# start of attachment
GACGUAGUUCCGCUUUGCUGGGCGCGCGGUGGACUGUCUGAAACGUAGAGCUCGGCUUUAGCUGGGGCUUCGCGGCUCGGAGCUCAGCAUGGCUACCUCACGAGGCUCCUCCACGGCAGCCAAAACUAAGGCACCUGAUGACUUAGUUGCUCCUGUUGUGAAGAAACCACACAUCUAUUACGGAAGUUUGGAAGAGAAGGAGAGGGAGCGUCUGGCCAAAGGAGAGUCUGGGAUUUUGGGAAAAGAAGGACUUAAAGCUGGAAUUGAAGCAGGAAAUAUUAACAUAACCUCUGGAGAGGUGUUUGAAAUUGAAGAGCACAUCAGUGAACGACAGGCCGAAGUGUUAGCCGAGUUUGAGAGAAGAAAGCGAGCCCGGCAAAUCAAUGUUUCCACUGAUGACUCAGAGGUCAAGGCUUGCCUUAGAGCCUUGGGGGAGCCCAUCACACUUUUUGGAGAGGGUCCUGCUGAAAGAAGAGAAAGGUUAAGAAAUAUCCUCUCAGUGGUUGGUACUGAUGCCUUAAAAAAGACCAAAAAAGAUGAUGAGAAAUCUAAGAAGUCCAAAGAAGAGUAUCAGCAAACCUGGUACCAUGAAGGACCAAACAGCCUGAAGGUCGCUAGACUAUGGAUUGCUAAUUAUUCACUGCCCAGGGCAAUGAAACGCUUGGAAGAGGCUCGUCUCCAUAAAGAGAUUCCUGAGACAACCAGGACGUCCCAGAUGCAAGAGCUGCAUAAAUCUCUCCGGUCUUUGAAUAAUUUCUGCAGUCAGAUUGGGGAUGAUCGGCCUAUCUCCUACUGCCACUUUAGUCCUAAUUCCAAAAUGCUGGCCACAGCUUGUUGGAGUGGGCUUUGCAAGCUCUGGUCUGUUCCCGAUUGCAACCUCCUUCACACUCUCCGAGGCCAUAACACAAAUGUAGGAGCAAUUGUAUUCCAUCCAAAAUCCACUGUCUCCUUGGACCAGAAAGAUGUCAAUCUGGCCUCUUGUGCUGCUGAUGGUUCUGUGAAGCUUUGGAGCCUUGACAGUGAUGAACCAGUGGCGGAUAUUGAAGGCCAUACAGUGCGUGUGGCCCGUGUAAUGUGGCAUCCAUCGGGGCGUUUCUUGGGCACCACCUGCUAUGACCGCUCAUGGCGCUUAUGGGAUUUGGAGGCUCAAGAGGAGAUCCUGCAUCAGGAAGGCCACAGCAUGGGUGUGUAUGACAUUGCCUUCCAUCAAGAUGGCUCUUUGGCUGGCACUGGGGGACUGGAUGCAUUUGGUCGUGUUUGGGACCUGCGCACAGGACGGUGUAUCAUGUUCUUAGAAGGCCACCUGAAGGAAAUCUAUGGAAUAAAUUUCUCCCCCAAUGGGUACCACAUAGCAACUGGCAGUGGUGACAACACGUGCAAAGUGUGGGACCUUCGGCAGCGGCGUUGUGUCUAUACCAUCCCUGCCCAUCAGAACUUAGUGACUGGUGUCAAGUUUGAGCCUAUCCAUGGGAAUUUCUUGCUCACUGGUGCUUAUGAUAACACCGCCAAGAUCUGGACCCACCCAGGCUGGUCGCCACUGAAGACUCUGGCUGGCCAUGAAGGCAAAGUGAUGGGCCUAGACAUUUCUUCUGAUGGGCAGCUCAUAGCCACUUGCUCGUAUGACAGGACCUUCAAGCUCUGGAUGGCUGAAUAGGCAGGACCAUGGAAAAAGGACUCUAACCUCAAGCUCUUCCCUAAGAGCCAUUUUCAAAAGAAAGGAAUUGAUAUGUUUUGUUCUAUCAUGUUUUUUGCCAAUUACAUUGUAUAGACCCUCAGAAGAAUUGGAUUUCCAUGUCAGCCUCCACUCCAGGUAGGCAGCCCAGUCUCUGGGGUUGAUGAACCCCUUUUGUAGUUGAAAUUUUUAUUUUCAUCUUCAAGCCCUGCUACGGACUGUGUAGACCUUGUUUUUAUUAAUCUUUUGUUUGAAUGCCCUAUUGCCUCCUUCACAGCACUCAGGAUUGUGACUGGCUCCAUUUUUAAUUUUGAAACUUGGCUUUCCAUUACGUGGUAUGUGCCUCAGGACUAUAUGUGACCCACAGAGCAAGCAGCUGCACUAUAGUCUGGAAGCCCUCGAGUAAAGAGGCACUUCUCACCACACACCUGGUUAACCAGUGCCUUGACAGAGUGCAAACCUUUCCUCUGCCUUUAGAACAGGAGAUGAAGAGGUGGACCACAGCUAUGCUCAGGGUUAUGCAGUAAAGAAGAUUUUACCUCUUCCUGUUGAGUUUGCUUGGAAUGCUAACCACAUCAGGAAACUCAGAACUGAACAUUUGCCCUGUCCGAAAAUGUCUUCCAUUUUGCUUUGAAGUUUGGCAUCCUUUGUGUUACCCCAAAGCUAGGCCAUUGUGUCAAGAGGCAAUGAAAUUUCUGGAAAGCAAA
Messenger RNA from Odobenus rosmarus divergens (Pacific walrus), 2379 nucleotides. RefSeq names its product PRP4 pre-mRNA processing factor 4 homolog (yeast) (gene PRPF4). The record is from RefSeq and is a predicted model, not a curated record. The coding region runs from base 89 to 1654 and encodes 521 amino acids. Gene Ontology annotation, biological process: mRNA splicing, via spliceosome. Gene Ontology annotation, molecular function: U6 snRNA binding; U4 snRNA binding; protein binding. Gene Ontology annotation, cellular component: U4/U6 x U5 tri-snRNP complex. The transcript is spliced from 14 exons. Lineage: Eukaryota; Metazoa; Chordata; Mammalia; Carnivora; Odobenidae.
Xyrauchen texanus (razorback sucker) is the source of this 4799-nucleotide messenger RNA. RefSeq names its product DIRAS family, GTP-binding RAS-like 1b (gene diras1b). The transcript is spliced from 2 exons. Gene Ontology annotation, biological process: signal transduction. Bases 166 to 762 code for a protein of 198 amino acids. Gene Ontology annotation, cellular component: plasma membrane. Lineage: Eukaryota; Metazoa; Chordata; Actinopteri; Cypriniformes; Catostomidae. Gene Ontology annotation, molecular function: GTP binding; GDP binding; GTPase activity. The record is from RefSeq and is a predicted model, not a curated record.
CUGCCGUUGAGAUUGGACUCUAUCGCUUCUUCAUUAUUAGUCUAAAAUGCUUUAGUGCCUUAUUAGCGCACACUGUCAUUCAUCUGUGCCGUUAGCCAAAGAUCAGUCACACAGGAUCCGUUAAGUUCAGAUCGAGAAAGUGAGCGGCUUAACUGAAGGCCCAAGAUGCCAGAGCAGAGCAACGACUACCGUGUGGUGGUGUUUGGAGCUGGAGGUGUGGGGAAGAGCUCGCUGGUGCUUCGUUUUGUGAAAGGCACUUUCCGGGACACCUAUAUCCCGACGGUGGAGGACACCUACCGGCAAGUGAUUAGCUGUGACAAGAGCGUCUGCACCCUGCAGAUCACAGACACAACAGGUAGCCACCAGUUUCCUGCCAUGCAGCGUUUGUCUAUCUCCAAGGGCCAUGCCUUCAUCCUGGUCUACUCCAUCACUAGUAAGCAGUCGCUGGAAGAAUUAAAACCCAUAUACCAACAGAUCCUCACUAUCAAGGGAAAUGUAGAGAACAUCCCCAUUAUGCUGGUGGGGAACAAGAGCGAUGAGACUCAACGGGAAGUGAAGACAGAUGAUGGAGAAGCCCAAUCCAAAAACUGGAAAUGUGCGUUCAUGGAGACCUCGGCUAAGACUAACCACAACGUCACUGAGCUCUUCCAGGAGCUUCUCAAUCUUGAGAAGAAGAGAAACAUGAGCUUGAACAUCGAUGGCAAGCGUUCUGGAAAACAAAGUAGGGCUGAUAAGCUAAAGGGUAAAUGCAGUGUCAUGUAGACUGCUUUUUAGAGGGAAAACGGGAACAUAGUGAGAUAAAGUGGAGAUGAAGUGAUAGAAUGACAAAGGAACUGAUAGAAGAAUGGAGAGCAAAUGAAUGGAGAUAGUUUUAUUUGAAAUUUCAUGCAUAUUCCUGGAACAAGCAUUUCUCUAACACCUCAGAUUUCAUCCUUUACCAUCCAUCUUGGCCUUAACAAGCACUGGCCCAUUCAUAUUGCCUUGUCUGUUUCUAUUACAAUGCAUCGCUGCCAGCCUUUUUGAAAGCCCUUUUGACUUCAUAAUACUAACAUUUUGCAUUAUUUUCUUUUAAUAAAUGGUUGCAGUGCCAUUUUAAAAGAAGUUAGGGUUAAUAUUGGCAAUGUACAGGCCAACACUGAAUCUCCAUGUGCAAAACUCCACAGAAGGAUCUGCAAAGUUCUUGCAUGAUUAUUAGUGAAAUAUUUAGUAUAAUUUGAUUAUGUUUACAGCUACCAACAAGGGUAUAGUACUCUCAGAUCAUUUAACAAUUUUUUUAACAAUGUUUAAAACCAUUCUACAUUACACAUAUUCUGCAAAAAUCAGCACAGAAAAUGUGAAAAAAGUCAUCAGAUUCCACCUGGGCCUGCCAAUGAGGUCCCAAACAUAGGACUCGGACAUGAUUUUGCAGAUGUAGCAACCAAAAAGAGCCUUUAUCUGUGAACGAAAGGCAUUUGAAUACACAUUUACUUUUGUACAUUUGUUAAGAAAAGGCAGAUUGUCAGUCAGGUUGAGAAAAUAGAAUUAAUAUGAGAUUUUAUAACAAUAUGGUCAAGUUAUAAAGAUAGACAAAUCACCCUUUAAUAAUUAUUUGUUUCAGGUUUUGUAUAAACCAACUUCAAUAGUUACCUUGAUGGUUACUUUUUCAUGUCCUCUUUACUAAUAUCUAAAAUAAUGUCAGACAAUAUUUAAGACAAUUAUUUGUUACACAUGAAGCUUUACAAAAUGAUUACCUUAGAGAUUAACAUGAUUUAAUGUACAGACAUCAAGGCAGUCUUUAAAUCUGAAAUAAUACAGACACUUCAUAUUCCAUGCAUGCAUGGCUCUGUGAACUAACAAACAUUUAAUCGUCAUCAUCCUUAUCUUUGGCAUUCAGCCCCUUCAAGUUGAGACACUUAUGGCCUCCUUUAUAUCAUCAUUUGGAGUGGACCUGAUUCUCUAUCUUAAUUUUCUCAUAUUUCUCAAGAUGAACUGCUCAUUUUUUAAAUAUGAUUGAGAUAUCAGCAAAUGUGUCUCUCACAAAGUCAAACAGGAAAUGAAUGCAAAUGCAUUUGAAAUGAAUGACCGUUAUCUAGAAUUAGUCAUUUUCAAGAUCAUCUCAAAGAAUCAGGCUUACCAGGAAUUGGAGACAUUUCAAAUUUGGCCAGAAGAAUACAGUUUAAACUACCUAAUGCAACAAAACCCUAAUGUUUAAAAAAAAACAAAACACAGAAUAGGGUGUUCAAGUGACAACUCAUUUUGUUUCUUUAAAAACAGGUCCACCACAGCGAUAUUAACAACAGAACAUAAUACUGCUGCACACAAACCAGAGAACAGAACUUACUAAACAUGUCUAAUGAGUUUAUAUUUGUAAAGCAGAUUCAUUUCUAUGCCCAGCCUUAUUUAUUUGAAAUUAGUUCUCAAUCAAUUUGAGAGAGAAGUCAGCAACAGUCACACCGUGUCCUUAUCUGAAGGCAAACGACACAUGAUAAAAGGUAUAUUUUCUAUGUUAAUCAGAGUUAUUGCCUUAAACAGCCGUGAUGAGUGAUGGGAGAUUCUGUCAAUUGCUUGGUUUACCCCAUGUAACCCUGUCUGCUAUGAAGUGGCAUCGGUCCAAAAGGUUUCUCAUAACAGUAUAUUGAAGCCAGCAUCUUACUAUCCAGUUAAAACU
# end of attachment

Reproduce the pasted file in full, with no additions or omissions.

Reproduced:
GACGUAGUUCCGCUUUGCUGGGCGCGCGGUGGACUGUCUGAAACGUAGAGCUCGGCUUUAGCUGGGGCUUCGCGGCUCGGAGCUCAGCAUGGCUACCUCACGAGGCUCCUCCACGGCAGCCAAAACUAAGGCACCUGAUGACUUAGUUGCUCCUGUUGUGAAGAAACCACACAUCUAUUACGGAAGUUUGGAAGAGAAGGAGAGGGAGCGUCUGGCCAAAGGAGAGUCUGGGAUUUUGGGAAAAGAAGGACUUAAAGCUGGAAUUGAAGCAGGAAAUAUUAACAUAACCUCUGGAGAGGUGUUUGAAAUUGAAGAGCACAUCAGUGAACGACAGGCCGAAGUGUUAGCCGAGUUUGAGAGAAGAAAGCGAGCCCGGCAAAUCAAUGUUUCCACUGAUGACUCAGAGGUCAAGGCUUGCCUUAGAGCCUUGGGGGAGCCCAUCACACUUUUUGGAGAGGGUCCUGCUGAAAGAAGAGAAAGGUUAAGAAAUAUCCUCUCAGUGGUUGGUACUGAUGCCUUAAAAAAGACCAAAAAAGAUGAUGAGAAAUCUAAGAAGUCCAAAGAAGAGUAUCAGCAAACCUGGUACCAUGAAGGACCAAACAGCCUGAAGGUCGCUAGACUAUGGAUUGCUAAUUAUUCACUGCCCAGGGCAAUGAAACGCUUGGAAGAGGCUCGUCUCCAUAAAGAGAUUCCUGAGACAACCAGGACGUCCCAGAUGCAAGAGCUGCAUAAAUCUCUCCGGUCUUUGAAUAAUUUCUGCAGUCAGAUUGGGGAUGAUCGGCCUAUCUCCUACUGCCACUUUAGUCCUAAUUCCAAAAUGCUGGCCACAGCUUGUUGGAGUGGGCUUUGCAAGCUCUGGUCUGUUCCCGAUUGCAACCUCCUUCACACUCUCCGAGGCCAUAACACAAAUGUAGGAGCAAUUGUAUUCCAUCCAAAAUCCACUGUCUCCUUGGACCAGAAAGAUGUCAAUCUGGCCUCUUGUGCUGCUGAUGGUUCUGUGAAGCUUUGGAGCCUUGACAGUGAUGAACCAGUGGCGGAUAUUGAAGGCCAUACAGUGCGUGUGGCCCGUGUAAUGUGGCAUCCAUCGGGGCGUUUCUUGGGCACCACCUGCUAUGACCGCUCAUGGCGCUUAUGGGAUUUGGAGGCUCAAGAGGAGAUCCUGCAUCAGGAAGGCCACAGCAUGGGUGUGUAUGACAUUGCCUUCCAUCAAGAUGGCUCUUUGGCUGGCACUGGGGGACUGGAUGCAUUUGGUCGUGUUUGGGACCUGCGCACAGGACGGUGUAUCAUGUUCUUAGAAGGCCACCUGAAGGAAAUCUAUGGAAUAAAUUUCUCCCCCAAUGGGUACCACAUAGCAACUGGCAGUGGUGACAACACGUGCAAAGUGUGGGACCUUCGGCAGCGGCGUUGUGUCUAUACCAUCCCUGCCCAUCAGAACUUAGUGACUGGUGUCAAGUUUGAGCCUAUCCAUGGGAAUUUCUUGCUCACUGGUGCUUAUGAUAACACCGCCAAGAUCUGGACCCACCCAGGCUGGUCGCCACUGAAGACUCUGGCUGGCCAUGAAGGCAAAGUGAUGGGCCUAGACAUUUCUUCUGAUGGGCAGCUCAUAGCCACUUGCUCGUAUGACAGGACCUUCAAGCUCUGGAUGGCUGAAUAGGCAGGACCAUGGAAAAAGGACUCUAACCUCAAGCUCUUCCCUAAGAGCCAUUUUCAAAAGAAAGGAAUUGAUAUGUUUUGUUCUAUCAUGUUUUUUGCCAAUUACAUUGUAUAGACCCUCAGAAGAAUUGGAUUUCCAUGUCAGCCUCCACUCCAGGUAGGCAGCCCAGUCUCUGGGGUUGAUGAACCCCUUUUGUAGUUGAAAUUUUUAUUUUCAUCUUCAAGCCCUGCUACGGACUGUGUAGACCUUGUUUUUAUUAAUCUUUUGUUUGAAUGCCCUAUUGCCUCCUUCACAGCACUCAGGAUUGUGACUGGCUCCAUUUUUAAUUUUGAAACUUGGCUUUCCAUUACGUGGUAUGUGCCUCAGGACUAUAUGUGACCCACAGAGCAAGCAGCUGCACUAUAGUCUGGAAGCCCUCGAGUAAAGAGGCACUUCUCACCACACACCUGGUUAACCAGUGCCUUGACAGAGUGCAAACCUUUCCUCUGCCUUUAGAACAGGAGAUGAAGAGGUGGACCACAGCUAUGCUCAGGGUUAUGCAGUAAAGAAGAUUUUACCUCUUCCUGUUGAGUUUGCUUGGAAUGCUAACCACAUCAGGAAACUCAGAACUGAACAUUUGCCCUGUCCGAAAAUGUCUUCCAUUUUGCUUUGAAGUUUGGCAUCCUUUGUGUUACCCCAAAGCUAGGCCAUUGUGUCAAGAGGCAAUGAAAUUUCUGGAAAGCAAA
Messenger RNA from Odobenus rosmarus divergens (Pacific walrus), 2379 nucleotides. RefSeq names its product PRP4 pre-mRNA processing factor 4 homolog (yeast) (gene PRPF4). The record is from RefSeq and is a predicted model, not a curated record. The coding region runs from base 89 to 1654 and encodes 521 amino acids. Gene Ontology annotation, biological process: mRNA splicing, via spliceosome. Gene Ontology annotation, molecular function: U6 snRNA binding; U4 snRNA binding; protein binding. Gene Ontology annotation, cellular component: U4/U6 x U5 tri-snRNP complex. The transcript is spliced from 14 exons. Lineage: Eukaryota; Metazoa; Chordata; Mammalia; Carnivora; Odobenidae.
Xyrauchen texanus (razorback sucker) is the source of this 4799-nucleotide messenger RNA. RefSeq names its product DIRAS family, GTP-binding RAS-like 1b (gene diras1b). The transcript is spliced from 2 exons. Gene Ontology annotation, biological process: signal transduction. Bases 166 to 762 code for a protein of 198 amino acids. Gene Ontology annotation, cellular component: plasma membrane. Lineage: Eukaryota; Metazoa; Chordata; Actinopteri; Cypriniformes; Catostomidae. Gene Ontology annotation, molecular function: GTP binding; GDP binding; GTPase activity. The record is from RefSeq and is a predicted model, not a curated record.
CUGCCGUUGAGAUUGGACUCUAUCGCUUCUUCAUUAUUAGUCUAAAAUGCUUUAGUGCCUUAUUAGCGCACACUGUCAUUCAUCUGUGCCGUUAGCCAAAGAUCAGUCACACAGGAUCCGUUAAGUUCAGAUCGAGAAAGUGAGCGGCUUAACUGAAGGCCCAAGAUGCCAGAGCAGAGCAACGACUACCGUGUGGUGGUGUUUGGAGCUGGAGGUGUGGGGAAGAGCUCGCUGGUGCUUCGUUUUGUGAAAGGCACUUUCCGGGACACCUAUAUCCCGACGGUGGAGGACACCUACCGGCAAGUGAUUAGCUGUGACAAGAGCGUCUGCACCCUGCAGAUCACAGACACAACAGGUAGCCACCAGUUUCCUGCCAUGCAGCGUUUGUCUAUCUCCAAGGGCCAUGCCUUCAUCCUGGUCUACUCCAUCACUAGUAAGCAGUCGCUGGAAGAAUUAAAACCCAUAUACCAACAGAUCCUCACUAUCAAGGGAAAUGUAGAGAACAUCCCCAUUAUGCUGGUGGGGAACAAGAGCGAUGAGACUCAACGGGAAGUGAAGACAGAUGAUGGAGAAGCCCAAUCCAAAAACUGGAAAUGUGCGUUCAUGGAGACCUCGGCUAAGACUAACCACAACGUCACUGAGCUCUUCCAGGAGCUUCUCAAUCUUGAGAAGAAGAGAAACAUGAGCUUGAACAUCGAUGGCAAGCGUUCUGGAAAACAAAGUAGGGCUGAUAAGCUAAAGGGUAAAUGCAGUGUCAUGUAGACUGCUUUUUAGAGGGAAAACGGGAACAUAGUGAGAUAAAGUGGAGAUGAAGUGAUAGAAUGACAAAGGAACUGAUAGAAGAAUGGAGAGCAAAUGAAUGGAGAUAGUUUUAUUUGAAAUUUCAUGCAUAUUCCUGGAACAAGCAUUUCUCUAACACCUCAGAUUUCAUCCUUUACCAUCCAUCUUGGCCUUAACAAGCACUGGCCCAUUCAUAUUGCCUUGUCUGUUUCUAUUACAAUGCAUCGCUGCCAGCCUUUUUGAAAGCCCUUUUGACUUCAUAAUACUAACAUUUUGCAUUAUUUUCUUUUAAUAAAUGGUUGCAGUGCCAUUUUAAAAGAAGUUAGGGUUAAUAUUGGCAAUGUACAGGCCAACACUGAAUCUCCAUGUGCAAAACUCCACAGAAGGAUCUGCAAAGUUCUUGCAUGAUUAUUAGUGAAAUAUUUAGUAUAAUUUGAUUAUGUUUACAGCUACCAACAAGGGUAUAGUACUCUCAGAUCAUUUAACAAUUUUUUUAACAAUGUUUAAAACCAUUCUACAUUACACAUAUUCUGCAAAAAUCAGCACAGAAAAUGUGAAAAAAGUCAUCAGAUUCCACCUGGGCCUGCCAAUGAGGUCCCAAACAUAGGACUCGGACAUGAUUUUGCAGAUGUAGCAACCAAAAAGAGCCUUUAUCUGUGAACGAAAGGCAUUUGAAUACACAUUUACUUUUGUACAUUUGUUAAGAAAAGGCAGAUUGUCAGUCAGGUUGAGAAAAUAGAAUUAAUAUGAGAUUUUAUAACAAUAUGGUCAAGUUAUAAAGAUAGACAAAUCACCCUUUAAUAAUUAUUUGUUUCAGGUUUUGUAUAAACCAACUUCAAUAGUUACCUUGAUGGUUACUUUUUCAUGUCCUCUUUACUAAUAUCUAAAAUAAUGUCAGACAAUAUUUAAGACAAUUAUUUGUUACACAUGAAGCUUUACAAAAUGAUUACCUUAGAGAUUAACAUGAUUUAAUGUACAGACAUCAAGGCAGUCUUUAAAUCUGAAAUAAUACAGACACUUCAUAUUCCAUGCAUGCAUGGCUCUGUGAACUAACAAACAUUUAAUCGUCAUCAUCCUUAUCUUUGGCAUUCAGCCCCUUCAAGUUGAGACACUUAUGGCCUCCUUUAUAUCAUCAUUUGGAGUGGACCUGAUUCUCUAUCUUAAUUUUCUCAUAUUUCUCAAGAUGAACUGCUCAUUUUUUAAAUAUGAUUGAGAUAUCAGCAAAUGUGUCUCUCACAAAGUCAAACAGGAAAUGAAUGCAAAUGCAUUUGAAAUGAAUGACCGUUAUCUAGAAUUAGUCAUUUUCAAGAUCAUCUCAAAGAAUCAGGCUUACCAGGAAUUGGAGACAUUUCAAAUUUGGCCAGAAGAAUACAGUUUAAACUACCUAAUGCAACAAAACCCUAAUGUUUAAAAAAAAACAAAACACAGAAUAGGGUGUUCAAGUGACAACUCAUUUUGUUUCUUUAAAAACAGGUCCACCACAGCGAUAUUAACAACAGAACAUAAUACUGCUGCACACAAACCAGAGAACAGAACUUACUAAACAUGUCUAAUGAGUUUAUAUUUGUAAAGCAGAUUCAUUUCUAUGCCCAGCCUUAUUUAUUUGAAAUUAGUUCUCAAUCAAUUUGAGAGAGAAGUCAGCAACAGUCACACCGUGUCCUUAUCUGAAGGCAAACGACACAUGAUAAAAGGUAUAUUUUCUAUGUUAAUCAGAGUUAUUGCCUUAAACAGCCGUGAUGAGUGAUGGGAGAUUCUGUCAAUUGCUUGGUUUACCCCAUGUAACCCUGUCUGCUAUGAAGUGGCAUCGGUCCAAAAGGUUUCUCAUAACAGUAUAUUGAAGCCAGCAUCUUACUAUCCAGUUAAAACU